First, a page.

I just recently got around to reading “Cheddar: A Journey To The Heart of America’s Most Iconic Cheese.”
“Cheddar” was one of the most anticipated cheese books published in 2015. It is the follow-up to Gordon Edgar’s acclaimed “Cheesemonger: A Life on the Wedge,” which was published in 2010. Edgar is a cheesemonger and the buyer at the Rainbow Grocery Cooperative in San Francisco.
One of the great things about Edgar’s writing is that he is comfortable with and honest about where he is coming from. This helps him balance his writing so that it never becomes too preachy. While he is steeped in leftist punk rock and political activist culture of the kind you would imagine in the San Francisco Bay area, his writing strikes a pragmatic attitude that is obviously still revolutionary in nature but unpretentious enough for those readers who may not be cut from the same cloth.
“Cheddar” is half road trip narrative and half historical examination. Edgar chronicles a series of road trips that he took to find out how cheddar became such an important cheese in the U.S., and he reveals how some of his assumptions about cheddar were challenged as he delved deep into its history.
Edgar finds himself in Wisconsin, Vermont, New York and his home state of California hot on the trail of weird cheese-related roadside attractions, companies, and the people who make cheddar happen.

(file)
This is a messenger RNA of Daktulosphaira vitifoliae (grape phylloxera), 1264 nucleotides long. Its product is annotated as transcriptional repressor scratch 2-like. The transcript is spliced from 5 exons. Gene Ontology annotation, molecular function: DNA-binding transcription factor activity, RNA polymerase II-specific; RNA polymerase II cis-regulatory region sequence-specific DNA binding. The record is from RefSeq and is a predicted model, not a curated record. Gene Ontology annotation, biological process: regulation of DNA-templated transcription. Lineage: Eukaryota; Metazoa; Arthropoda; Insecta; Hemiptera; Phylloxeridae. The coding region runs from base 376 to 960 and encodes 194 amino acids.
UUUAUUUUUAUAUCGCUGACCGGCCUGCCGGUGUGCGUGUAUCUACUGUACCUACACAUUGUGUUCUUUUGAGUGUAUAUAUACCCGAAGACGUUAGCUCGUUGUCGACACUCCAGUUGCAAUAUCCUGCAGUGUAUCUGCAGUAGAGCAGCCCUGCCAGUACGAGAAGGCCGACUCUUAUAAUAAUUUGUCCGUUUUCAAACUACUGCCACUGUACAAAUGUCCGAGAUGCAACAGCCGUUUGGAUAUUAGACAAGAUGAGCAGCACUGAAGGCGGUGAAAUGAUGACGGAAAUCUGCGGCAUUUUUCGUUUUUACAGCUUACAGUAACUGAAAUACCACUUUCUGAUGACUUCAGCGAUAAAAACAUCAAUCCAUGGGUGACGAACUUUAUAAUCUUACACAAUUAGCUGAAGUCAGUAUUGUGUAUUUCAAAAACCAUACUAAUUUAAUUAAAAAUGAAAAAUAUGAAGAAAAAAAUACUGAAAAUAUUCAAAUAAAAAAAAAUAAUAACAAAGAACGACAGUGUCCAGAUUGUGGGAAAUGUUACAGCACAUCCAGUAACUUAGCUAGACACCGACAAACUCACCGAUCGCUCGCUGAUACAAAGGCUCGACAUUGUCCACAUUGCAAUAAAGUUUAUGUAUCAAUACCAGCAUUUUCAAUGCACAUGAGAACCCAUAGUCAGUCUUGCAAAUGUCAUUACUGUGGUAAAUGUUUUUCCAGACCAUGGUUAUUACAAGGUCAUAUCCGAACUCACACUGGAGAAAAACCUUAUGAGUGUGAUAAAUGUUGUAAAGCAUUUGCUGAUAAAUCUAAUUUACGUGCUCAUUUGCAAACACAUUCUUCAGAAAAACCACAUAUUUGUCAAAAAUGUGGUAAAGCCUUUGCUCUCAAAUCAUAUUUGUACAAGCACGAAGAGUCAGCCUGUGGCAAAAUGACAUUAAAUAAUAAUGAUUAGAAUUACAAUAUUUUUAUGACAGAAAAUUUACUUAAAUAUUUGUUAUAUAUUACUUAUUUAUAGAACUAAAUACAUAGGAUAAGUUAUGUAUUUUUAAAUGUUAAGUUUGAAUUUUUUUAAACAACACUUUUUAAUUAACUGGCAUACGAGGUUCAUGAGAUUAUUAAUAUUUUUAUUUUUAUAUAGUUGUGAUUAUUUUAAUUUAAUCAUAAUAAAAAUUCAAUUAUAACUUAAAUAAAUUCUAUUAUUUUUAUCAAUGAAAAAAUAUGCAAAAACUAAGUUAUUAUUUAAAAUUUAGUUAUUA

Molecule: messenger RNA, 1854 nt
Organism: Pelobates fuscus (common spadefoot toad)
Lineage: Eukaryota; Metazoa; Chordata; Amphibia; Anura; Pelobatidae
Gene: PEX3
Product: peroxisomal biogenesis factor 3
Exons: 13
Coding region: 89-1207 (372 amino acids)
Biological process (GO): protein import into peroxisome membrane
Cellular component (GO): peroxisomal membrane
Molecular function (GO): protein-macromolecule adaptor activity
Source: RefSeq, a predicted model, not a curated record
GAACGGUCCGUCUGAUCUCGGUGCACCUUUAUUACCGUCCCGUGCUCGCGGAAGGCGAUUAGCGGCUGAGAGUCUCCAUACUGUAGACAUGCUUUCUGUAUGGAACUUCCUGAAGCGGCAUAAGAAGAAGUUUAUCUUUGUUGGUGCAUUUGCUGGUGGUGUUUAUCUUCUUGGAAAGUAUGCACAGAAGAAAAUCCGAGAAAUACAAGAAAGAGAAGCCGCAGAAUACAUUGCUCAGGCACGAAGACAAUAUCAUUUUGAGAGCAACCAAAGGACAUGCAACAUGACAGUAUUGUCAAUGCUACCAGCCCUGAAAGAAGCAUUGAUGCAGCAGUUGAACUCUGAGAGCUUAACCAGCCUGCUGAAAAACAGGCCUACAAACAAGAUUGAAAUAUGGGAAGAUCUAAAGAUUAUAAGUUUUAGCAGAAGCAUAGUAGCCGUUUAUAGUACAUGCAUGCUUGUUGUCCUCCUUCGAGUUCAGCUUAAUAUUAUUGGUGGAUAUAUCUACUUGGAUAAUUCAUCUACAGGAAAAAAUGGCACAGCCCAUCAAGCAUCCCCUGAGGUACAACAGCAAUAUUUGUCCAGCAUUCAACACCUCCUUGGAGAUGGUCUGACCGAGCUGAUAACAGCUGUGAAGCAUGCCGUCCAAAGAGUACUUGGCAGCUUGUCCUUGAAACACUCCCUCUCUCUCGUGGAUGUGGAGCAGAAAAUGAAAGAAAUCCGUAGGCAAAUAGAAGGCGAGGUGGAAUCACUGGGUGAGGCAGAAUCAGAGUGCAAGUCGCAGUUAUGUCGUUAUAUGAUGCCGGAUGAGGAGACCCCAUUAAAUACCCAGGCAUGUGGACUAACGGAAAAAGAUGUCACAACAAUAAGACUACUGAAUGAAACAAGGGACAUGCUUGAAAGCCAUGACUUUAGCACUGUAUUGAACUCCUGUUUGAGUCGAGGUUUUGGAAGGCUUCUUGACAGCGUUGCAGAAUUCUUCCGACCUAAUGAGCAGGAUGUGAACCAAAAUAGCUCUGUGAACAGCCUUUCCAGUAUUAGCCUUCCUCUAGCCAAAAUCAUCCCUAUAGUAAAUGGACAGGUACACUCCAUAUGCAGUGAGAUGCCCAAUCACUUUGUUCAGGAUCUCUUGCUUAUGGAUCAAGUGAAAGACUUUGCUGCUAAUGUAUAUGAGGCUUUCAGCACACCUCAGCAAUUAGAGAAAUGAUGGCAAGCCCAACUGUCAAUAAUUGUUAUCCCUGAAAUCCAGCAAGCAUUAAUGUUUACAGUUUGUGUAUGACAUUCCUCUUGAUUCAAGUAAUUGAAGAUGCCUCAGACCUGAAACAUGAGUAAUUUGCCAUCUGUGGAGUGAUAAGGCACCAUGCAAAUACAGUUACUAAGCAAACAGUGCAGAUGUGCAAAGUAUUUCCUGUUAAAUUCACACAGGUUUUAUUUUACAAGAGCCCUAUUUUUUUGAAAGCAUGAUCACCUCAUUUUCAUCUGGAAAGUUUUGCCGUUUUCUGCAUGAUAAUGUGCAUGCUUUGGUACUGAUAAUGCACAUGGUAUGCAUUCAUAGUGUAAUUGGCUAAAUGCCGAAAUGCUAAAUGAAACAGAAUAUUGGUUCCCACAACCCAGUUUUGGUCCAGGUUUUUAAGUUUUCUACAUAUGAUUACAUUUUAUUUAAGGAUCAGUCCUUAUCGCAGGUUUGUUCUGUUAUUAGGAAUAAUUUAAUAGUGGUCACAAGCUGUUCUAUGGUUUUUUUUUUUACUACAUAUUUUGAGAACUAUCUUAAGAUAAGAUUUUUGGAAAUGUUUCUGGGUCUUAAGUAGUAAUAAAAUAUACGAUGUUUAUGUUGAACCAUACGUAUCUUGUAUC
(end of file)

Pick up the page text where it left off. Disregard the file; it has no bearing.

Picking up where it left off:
He tells the story of how a primarily farmhouse cheese originally from England went from being made almost exclusively by farmers’ wives to a factory-standardized cheese with little resemblance of what it used to be in a relatively short period of time. This transformation, brought about by the technological explosion of the Industrial Revolution, in many cases made cheddar better in the sense that it helped create a cheese that was much more consistent in many aspects. A cheese made in a factory had more consistent flavor, texture and safety. This was not the case when it came to the farmhouse cheeses that dominated the scene before.
With the new technology, the U.S. found itself exporting 150 million pounds of cheese to the U.K. in 1881. Most of this was cheddar. But, as Edgar points out, it did not last long. By the turn of the century, cheddar exports dropped off to almost nothing. The problem? “Filled cheese” and “butter skimmers”.
Filled cheese is “cheese” made by replacing milk fat with vegetable oil and butter skimming is exactly what it sounds like. The cheese makers would skim much of the cream from the milk to make butter and then make the cheese with the skimmed milk. Butter was a quicker turn around than cheese. But while this is normal for many great traditional cheeses (Gruyere, Emmenthaler, Parmigiano), it is not a good practice for making cheddar.
America soon became known for this subpar cheese and it would not recover its reputation until its artisan cheese revolution began in the 1980s. Edgar takes the reader through this dark age of American cheese. He discusses the climate and culture that led to things like processed cheese and the death and resurrection of traditional bandage-wrapped cheddar.